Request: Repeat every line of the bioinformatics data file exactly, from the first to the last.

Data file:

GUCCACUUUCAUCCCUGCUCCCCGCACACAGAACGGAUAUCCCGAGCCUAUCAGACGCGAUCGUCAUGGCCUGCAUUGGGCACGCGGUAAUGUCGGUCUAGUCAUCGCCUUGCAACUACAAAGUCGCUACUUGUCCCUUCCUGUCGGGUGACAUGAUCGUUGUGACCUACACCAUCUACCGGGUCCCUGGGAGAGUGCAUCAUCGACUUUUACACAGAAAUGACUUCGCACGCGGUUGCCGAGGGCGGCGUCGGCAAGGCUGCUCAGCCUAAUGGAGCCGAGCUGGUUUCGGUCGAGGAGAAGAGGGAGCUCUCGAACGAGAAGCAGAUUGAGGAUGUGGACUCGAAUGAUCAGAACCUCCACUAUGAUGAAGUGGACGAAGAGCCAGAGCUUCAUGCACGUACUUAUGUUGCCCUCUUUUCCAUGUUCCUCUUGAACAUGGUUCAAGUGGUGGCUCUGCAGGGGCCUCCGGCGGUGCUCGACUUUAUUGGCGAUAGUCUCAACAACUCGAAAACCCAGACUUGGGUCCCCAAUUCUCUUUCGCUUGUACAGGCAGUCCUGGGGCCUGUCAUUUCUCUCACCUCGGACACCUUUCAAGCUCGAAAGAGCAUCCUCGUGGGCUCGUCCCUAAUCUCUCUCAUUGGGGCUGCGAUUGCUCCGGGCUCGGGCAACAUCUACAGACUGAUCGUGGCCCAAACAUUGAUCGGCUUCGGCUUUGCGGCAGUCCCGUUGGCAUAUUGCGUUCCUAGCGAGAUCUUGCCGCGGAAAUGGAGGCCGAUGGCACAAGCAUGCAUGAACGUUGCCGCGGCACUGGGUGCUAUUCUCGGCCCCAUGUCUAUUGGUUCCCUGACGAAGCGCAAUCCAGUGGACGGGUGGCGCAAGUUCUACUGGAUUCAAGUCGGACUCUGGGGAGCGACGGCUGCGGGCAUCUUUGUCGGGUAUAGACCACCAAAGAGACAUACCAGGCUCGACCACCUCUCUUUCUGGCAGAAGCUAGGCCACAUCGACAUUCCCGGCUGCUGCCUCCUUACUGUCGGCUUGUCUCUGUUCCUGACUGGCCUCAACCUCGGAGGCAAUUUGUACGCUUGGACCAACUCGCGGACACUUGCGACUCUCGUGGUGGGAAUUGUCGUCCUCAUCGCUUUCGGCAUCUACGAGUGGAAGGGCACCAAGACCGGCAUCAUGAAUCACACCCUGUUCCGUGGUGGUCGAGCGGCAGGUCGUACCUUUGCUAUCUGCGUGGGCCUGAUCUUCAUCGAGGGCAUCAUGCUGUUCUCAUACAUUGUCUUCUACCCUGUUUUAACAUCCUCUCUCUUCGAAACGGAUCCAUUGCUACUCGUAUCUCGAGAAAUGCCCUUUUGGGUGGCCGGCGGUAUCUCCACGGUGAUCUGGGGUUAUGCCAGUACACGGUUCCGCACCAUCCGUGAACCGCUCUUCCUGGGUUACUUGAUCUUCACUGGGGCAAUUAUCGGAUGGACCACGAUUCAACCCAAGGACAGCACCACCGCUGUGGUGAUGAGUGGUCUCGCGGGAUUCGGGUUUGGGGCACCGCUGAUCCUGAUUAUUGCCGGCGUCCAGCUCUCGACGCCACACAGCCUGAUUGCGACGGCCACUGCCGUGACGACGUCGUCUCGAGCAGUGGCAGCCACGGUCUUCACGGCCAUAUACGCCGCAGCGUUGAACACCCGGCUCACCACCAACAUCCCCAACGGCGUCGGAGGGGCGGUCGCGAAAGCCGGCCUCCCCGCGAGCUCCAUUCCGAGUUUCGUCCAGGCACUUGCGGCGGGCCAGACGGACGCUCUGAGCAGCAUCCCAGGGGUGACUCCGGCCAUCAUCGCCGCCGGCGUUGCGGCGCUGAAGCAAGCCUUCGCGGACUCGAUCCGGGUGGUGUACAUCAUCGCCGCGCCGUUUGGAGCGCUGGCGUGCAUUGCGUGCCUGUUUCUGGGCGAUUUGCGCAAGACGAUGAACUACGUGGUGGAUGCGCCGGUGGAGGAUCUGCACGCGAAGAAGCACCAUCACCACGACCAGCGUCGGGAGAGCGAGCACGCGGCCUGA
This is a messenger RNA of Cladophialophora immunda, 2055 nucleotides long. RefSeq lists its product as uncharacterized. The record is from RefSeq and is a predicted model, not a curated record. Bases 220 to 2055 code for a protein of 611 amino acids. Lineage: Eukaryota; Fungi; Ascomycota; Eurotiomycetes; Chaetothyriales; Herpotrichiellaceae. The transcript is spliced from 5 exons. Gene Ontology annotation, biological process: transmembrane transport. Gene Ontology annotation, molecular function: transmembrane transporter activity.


GUCCACUUUCAUCCCUGCUCCCCGCACACAGAACGGAUAUCCCGAGCCUAUCAGACGCGAUCGUCAUGGCCUGCAUUGGGCACGCGGUAAUGUCGGUCUAGUCAUCGCCUUGCAACUACAAAGUCGCUACUUGUCCCUUCCUGUCGGGUGACAUGAUCGUUGUGACCUACACCAUCUACCGGGUCCCUGGGAGAGUGCAUCAUCGACUUUUACACAGAAAUGACUUCGCACGCGGUUGCCGAGGGCGGCGUCGGCAAGGCUGCUCAGCCUAAUGGAGCCGAGCUGGUUUCGGUCGAGGAGAAGAGGGAGCUCUCGAACGAGAAGCAGAUUGAGGAUGUGGACUCGAAUGAUCAGAACCUCCACUAUGAUGAAGUGGACGAAGAGCCAGAGCUUCAUGCACGUACUUAUGUUGCCCUCUUUUCCAUGUUCCUCUUGAACAUGGUUCAAGUGGUGGCUCUGCAGGGGCCUCCGGCGGUGCUCGACUUUAUUGGCGAUAGUCUCAACAACUCGAAAACCCAGACUUGGGUCCCCAAUUCUCUUUCGCUUGUACAGGCAGUCCUGGGGCCUGUCAUUUCUCUCACCUCGGACACCUUUCAAGCUCGAAAGAGCAUCCUCGUGGGCUCGUCCCUAAUCUCUCUCAUUGGGGCUGCGAUUGCUCCGGGCUCGGGCAACAUCUACAGACUGAUCGUGGCCCAAACAUUGAUCGGCUUCGGCUUUGCGGCAGUCCCGUUGGCAUAUUGCGUUCCUAGCGAGAUCUUGCCGCGGAAAUGGAGGCCGAUGGCACAAGCAUGCAUGAACGUUGCCGCGGCACUGGGUGCUAUUCUCGGCCCCAUGUCUAUUGGUUCCCUGACGAAGCGCAAUCCAGUGGACGGGUGGCGCAAGUUCUACUGGAUUCAAGUCGGACUCUGGGGAGCGACGGCUGCGGGCAUCUUUGUCGGGUAUAGACCACCAAAGAGACAUACCAGGCUCGACCACCUCUCUUUCUGGCAGAAGCUAGGCCACAUCGACAUUCCCGGCUGCUGCCUCCUUACUGUCGGCUUGUCUCUGUUCCUGACUGGCCUCAACCUCGGAGGCAAUUUGUACGCUUGGACCAACUCGCGGACACUUGCGACUCUCGUGGUGGGAAUUGUCGUCCUCAUCGCUUUCGGCAUCUACGAGUGGAAGGGCACCAAGACCGGCAUCAUGAAUCACACCCUGUUCCGUGGUGGUCGAGCGGCAGGUCGUACCUUUGCUAUCUGCGUGGGCCUGAUCUUCAUCGAGGGCAUCAUGCUGUUCUCAUACAUUGUCUUCUACCCUGUUUUAACAUCCUCUCUCUUCGAAACGGAUCCAUUGCUACUCGUAUCUCGAGAAAUGCCCUUUUGGGUGGCCGGCGGUAUCUCCACGGUGAUCUGGGGUUAUGCCAGUACACGGUUCCGCACCAUCCGUGAACCGCUCUUCCUGGGUUACUUGAUCUUCACUGGGGCAAUUAUCGGAUGGACCACGAUUCAACCCAAGGACAGCACCACCGCUGUGGUGAUGAGUGGUCUCGCGGGAUUCGGGUUUGGGGCACCGCUGAUCCUGAUUAUUGCCGGCGUCCAGCUCUCGACGCCACACAGCCUGAUUGCGACGGCCACUGCCGUGACGACGUCGUCUCGAGCAGUGGCAGCCACGGUCUUCACGGCCAUAUACGCCGCAGCGUUGAACACCCGGCUCACCACCAACAUCCCCAACGGCGUCGGAGGGGCGGUCGCGAAAGCCGGCCUCCCCGCGAGCUCCAUUCCGAGUUUCGUCCAGGCACUUGCGGCGGGCCAGACGGACGCUCUGAGCAGCAUCCCAGGGGUGACUCCGGCCAUCAUCGCCGCCGGCGUUGCGGCGCUGAAGCAAGCCUUCGCGGACUCGAUCCGGGUGGUGUACAUCAUCGCCGCGCCGUUUGGAGCGCUGGCGUGCAUUGCGUGCCUGUUUCUGGGCGAUUUGCGCAAGACGAUGAACUACGUGGUGGAUGCGCCGGUGGAGGAUCUGCACGCGAAGAAGCACCAUCACCACGACCAGCGUCGGGAGAGCGAGCACGCGGCCUGA
This is a messenger RNA of Cladophialophora immunda, 2055 nucleotides long. RefSeq lists its product as uncharacterized. The record is from RefSeq and is a predicted model, not a curated record. Bases 220 to 2055 code for a protein of 611 amino acids. Lineage: Eukaryota; Fungi; Ascomycota; Eurotiomycetes; Chaetothyriales; Herpotrichiellaceae. The transcript is spliced from 5 exons. Gene Ontology annotation, biological process: transmembrane transport. Gene Ontology annotation, molecular function: transmembrane transporter activity.